https://reason.com/blog/2014/12…..ok-at-sony

  8. “Kudos to Paul for putting them there.”

    Very funny,. Kudos, I guess, to the guy who had absolutely nothing to do with a change in policy toward Cuba that has been a long time coming.

    Just couldn’t bring yourself to ever say, “Kudos to President Obama,” could you?

    1. I think they already did. Not that I would expect you to actually pay attention.

      1. Really, Cyto? Do you understand English? Kudos means “praise.” Here, from Webster.

        “praise or respect that you get because of something you have done or achieved”

        Do show where anyone here praised Obama, like they just did Paul, specifically by name. Please show it. Don’t bother…no one did.

    2. Bitter, table for one…Bitter…

    3. Kudos for everyone!

    4. It doesn’t matter if Obama did the right thing because his motives were impure. Without pure motives, no amount of good you do means anything.

      From “Wacky Shit Progressives Believe”, p.142

      1. I highly doubt the sum total of Progressive thought would take a book that had at least 142 pages…try again around the 15-20 page mark maybe.

  9. I think U.S. tourism would eventually lead to more freedoms for the Cubans than anything else. I think they already get European and Canadian tourists, but they could double the number if they allow U.S. tourists and allow the tourists to actually tour instead of just being relegated to resorts.

    1. ” allow the tourists to actually tour instead of just being relegated to resorts.”

      I suspect there’s zero chance of the Castros allowing that.

      1. I suspect most tourists aren’t interested, anyway.

      2. What if the number of tourists overwhelms them?

  10. I suppose it’s hip and modern for Rand to tweet snark at his opponents, but it’s not particularly dignified.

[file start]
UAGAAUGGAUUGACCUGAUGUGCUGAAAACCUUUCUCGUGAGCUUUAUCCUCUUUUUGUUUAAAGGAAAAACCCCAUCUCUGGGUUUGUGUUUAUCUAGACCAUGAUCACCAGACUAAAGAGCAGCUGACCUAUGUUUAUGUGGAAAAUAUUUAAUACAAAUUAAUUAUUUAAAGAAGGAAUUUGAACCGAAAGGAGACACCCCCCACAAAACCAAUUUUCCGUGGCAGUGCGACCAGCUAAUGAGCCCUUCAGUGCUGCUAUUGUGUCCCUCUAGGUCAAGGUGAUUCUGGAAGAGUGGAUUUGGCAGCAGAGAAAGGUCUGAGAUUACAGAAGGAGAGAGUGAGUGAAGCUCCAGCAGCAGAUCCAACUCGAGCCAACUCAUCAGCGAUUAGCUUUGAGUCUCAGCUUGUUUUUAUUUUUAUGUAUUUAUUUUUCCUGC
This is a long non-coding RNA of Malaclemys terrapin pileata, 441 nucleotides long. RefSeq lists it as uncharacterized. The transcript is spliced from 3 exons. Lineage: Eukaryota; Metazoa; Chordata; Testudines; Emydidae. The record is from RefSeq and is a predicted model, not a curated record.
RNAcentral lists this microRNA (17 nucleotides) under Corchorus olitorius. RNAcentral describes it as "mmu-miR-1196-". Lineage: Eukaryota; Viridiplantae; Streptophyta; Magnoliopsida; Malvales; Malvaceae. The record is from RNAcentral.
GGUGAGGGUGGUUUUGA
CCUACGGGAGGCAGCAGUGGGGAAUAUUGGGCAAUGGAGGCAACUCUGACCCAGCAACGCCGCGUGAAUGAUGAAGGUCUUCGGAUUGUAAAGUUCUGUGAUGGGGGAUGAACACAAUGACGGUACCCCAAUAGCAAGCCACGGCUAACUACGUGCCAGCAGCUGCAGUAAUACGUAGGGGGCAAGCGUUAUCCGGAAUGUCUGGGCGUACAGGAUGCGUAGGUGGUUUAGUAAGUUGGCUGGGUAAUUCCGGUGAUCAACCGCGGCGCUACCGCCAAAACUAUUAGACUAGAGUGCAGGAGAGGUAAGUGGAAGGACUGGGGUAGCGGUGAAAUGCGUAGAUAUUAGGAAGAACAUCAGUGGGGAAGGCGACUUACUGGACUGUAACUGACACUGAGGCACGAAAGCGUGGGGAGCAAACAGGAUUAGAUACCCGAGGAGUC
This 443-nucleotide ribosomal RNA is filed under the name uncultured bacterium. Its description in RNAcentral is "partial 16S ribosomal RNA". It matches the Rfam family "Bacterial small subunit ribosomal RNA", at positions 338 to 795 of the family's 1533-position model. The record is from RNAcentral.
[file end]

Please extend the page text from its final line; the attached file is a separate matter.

Of course, the Lincoln-Douglas debates were also full of snark, but at least it was snark for people with longer attention spans (or at least people who didn’t have cable so they could spend more time listening to speeches).

    1. Didn’t they also pass around barrels of hard cider back then?

    2. Most people read the speeches in newspapers, so you could take a break when you got bored. Now if you do that, something else more interesting will have happened before you get back to it.

  11. Yes, freer trade would be a good thing, though whether it will actually make Cuba more *politically* free, I’ll need to see the evidence.

    And I would prefer to see a treaty with concessions on both sides – we allow our people to trade freely with Cuba, the Cubans pay compensation for the American property they stole in the 1960s and quit hanging out with America’s enemies.

    1. But why hold our people (the ones that want to do business with Cubans) hostage because they are so holding theirs?

      1. They’re not doing business with Cubans, they’re doing business with Castro. Cubans will simply work for the same pittance as always.

    2. Pretty much all property has been stolen from someone at some point. At a certain point, you just have to forget about it and just try to get people to stop it in the future.

      1. Are you listening, Native Americans?? 😉

  12. Republican primaries are so cute.

    1. I actually find them even more idiotic than the Democratic ones.

    2. Democrat primaries will consist of all candidates running screaming away from ObamaCare, which will be highly enjoyable.

  13. I think we can safely put the Cuba Embargo up there with Immigration and Gay Marriage in helping identify the more right leaning posters here vs. those from the Reason writers strain of libertarianism.

    1. yes. or just ask them if they prefer mayo…

    2. Cool story, bro.

    3. Why you feel the need to do that remains a mystery.

      1. It’s a social signalling thing. Bo’s got to pat himself on the back for holding the correct opinion and ideological conformity. It’s mostly for the holier-than-thou ego trip.

        1. That’s what I don’t get, though. There isn’t anyone here for Bo to signal to. No one is giving him kudos for being divisive. Quite the opposite. Unless it is just masturbatory.

          1. Hypothesizing here, but it might have something to do with his age and the fact he’s in university. He’s used to having to socially signal his rejection. That, and his concept of the purist libertarian he imagines himself to be leads to an attempt to ‘other’ those that disagree with him as No True Libertarians.